It takes a village to fix a vintage tanker engine - part 1

Here’s the sticky wicket about blogging.

Often you can’t write about things in real time because to do so could affect the course of events, in ways you can’t foresee, so sometimes you have to just sit on things. Voila, the case of the tanker engine parts and the Bushey tankers Ked and Mary Whalen. The story from September through February will now come out in installments. Yes, I kept all emails and good notes. The posts are mostly all written.

Tanker engine parts - The first week of September, 2008:

Thanks to a tip from Bernie Ente, I learned that another Bushey tanker was being scrapped oh so far away in Seattle, and I made a play for parts. Engine parts, davits, interior cabinetry and brass fittings. Several Whalen cabins were gutted when she was in Erie Basin being an office and one day, we’d like to restore bunks, hanging lockers n such. Right now we need those spaces for offices, but once we have a base ashore, we can get that stuff off the boat and restore more.

Anyway, first answer out of Stabbert Shipyard in Seattle was a lot of silence.

I looked at their website and saw that one line of their business was turning old workboats into luxury yachts. Was this what they would do with Ked, I wondered, and so wouldn’t want to give stuff away? Were they really scrapping the Ked? If so, it certainly would seem preposterous to a scrapper to get a call from across the continent, from a non-profit, and I suspect, from a woman, looking for parts to save an old tanker. No one saves tankers! Tugs maybe; yachts surely, but tankers don’t have Enthusiast Societies, yet.

What to do? Here my old skills as a journalist, a foreign correspondent of the pre-digital era were useful. I did most of my work overseas in a career that ran from opening of Berlin Wall to 9/11 in countries that often didn’t have decent phone systems (or had phones systems with the government listening in). The way you got information was social. You saved every name and number you ever got, you horded them, you kept them in handwritten notebooks; and these names and numbers were exchanged with select (friendly) journalists coming and going to the same countries. This is a segue to a little rant of mine: I’ve noticed that 20-somethings who come to work at PortSide are conversant with web and digital connections but less good at reaching people to solve a problem. Once they’ve googled or filled out the web contact form, they’re done; and when that isn’t working/doesn’t net the solution, it’s often hard to get them to get on the phone, to reach out and touch someone; and most to the point, they don’t seem good at recruiting a person to the cause to help solve the problem at hand. It makes me appreciate being middle-aged and having experienced the world before email, web, and customer service in India.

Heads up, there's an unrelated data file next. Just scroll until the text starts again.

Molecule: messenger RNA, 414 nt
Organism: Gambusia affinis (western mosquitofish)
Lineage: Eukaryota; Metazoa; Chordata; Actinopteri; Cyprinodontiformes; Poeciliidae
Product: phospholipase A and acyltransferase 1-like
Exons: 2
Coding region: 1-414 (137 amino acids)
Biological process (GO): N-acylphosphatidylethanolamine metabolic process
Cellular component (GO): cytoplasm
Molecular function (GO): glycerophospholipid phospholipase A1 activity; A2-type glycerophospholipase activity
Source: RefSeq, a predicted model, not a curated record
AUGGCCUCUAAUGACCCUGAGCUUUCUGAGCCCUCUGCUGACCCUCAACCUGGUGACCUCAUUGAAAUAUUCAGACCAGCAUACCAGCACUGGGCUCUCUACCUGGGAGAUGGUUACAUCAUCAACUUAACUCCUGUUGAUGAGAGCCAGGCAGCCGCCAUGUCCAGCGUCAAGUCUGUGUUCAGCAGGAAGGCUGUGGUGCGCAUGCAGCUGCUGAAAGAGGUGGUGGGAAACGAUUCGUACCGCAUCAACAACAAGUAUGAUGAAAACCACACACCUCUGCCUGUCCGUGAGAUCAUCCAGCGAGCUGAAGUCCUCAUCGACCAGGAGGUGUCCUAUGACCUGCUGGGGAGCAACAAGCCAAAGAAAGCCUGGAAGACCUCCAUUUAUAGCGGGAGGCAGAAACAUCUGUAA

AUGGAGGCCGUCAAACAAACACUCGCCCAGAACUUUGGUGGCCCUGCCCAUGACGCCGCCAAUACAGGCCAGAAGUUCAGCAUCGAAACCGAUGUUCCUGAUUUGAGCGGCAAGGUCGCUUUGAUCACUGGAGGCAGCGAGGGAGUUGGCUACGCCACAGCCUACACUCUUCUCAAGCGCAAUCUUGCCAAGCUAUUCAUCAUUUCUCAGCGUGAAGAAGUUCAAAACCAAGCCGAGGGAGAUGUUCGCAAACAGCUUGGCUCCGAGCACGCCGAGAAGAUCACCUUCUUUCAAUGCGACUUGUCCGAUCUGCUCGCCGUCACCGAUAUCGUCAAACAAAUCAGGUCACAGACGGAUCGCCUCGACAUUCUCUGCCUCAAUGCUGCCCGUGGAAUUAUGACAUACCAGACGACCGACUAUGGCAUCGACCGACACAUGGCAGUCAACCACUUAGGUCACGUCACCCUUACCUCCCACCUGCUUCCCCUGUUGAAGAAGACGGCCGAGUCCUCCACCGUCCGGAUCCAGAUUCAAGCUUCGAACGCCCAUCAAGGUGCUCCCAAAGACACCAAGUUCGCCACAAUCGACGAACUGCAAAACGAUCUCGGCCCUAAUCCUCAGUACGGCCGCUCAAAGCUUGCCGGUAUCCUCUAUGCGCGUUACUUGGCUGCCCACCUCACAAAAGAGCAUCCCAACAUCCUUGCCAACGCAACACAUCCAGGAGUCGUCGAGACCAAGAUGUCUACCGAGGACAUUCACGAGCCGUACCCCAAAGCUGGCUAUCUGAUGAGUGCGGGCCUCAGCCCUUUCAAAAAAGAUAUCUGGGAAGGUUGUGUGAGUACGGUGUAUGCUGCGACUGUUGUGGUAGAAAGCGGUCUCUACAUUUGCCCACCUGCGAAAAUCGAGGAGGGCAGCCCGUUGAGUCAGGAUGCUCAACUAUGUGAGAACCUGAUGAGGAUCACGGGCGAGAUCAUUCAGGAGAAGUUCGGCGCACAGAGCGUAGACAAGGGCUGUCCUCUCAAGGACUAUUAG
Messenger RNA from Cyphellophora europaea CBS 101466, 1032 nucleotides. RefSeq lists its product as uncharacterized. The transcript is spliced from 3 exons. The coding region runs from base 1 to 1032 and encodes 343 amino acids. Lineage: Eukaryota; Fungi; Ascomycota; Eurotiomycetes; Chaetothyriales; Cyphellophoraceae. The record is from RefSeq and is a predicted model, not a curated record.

But back to the Ked parts... I began reaching out. When PortSide was creating its business plan, a Capt. Kris Lindberg out of Seattle had worked for us. He did a raft of things and headed all the market research on the charter and excursion boats in NYC and determined which would be interested in coming to our proposed Maritime Hub. He was getting a Masters in planning at the time and thinking desk job after years of running boats from Seattle to Alaska. After graduating from NYU in 2005, he returned to Seattle. I called.

Turns out Kris knew the Ked well. He had not got a desk job after all and was doing environmental ops for Global Diving & Salvage Inc., and had been on the Ked just months before. Global did the abatement work on the Ked, and had bid on the scrapping job and lost to Stabbert.

I called K-Sea in NY, knowing they had bought a Seattle tugboat company. Could their Seattle folks could see if the Ked was still afloat… Answer: yes.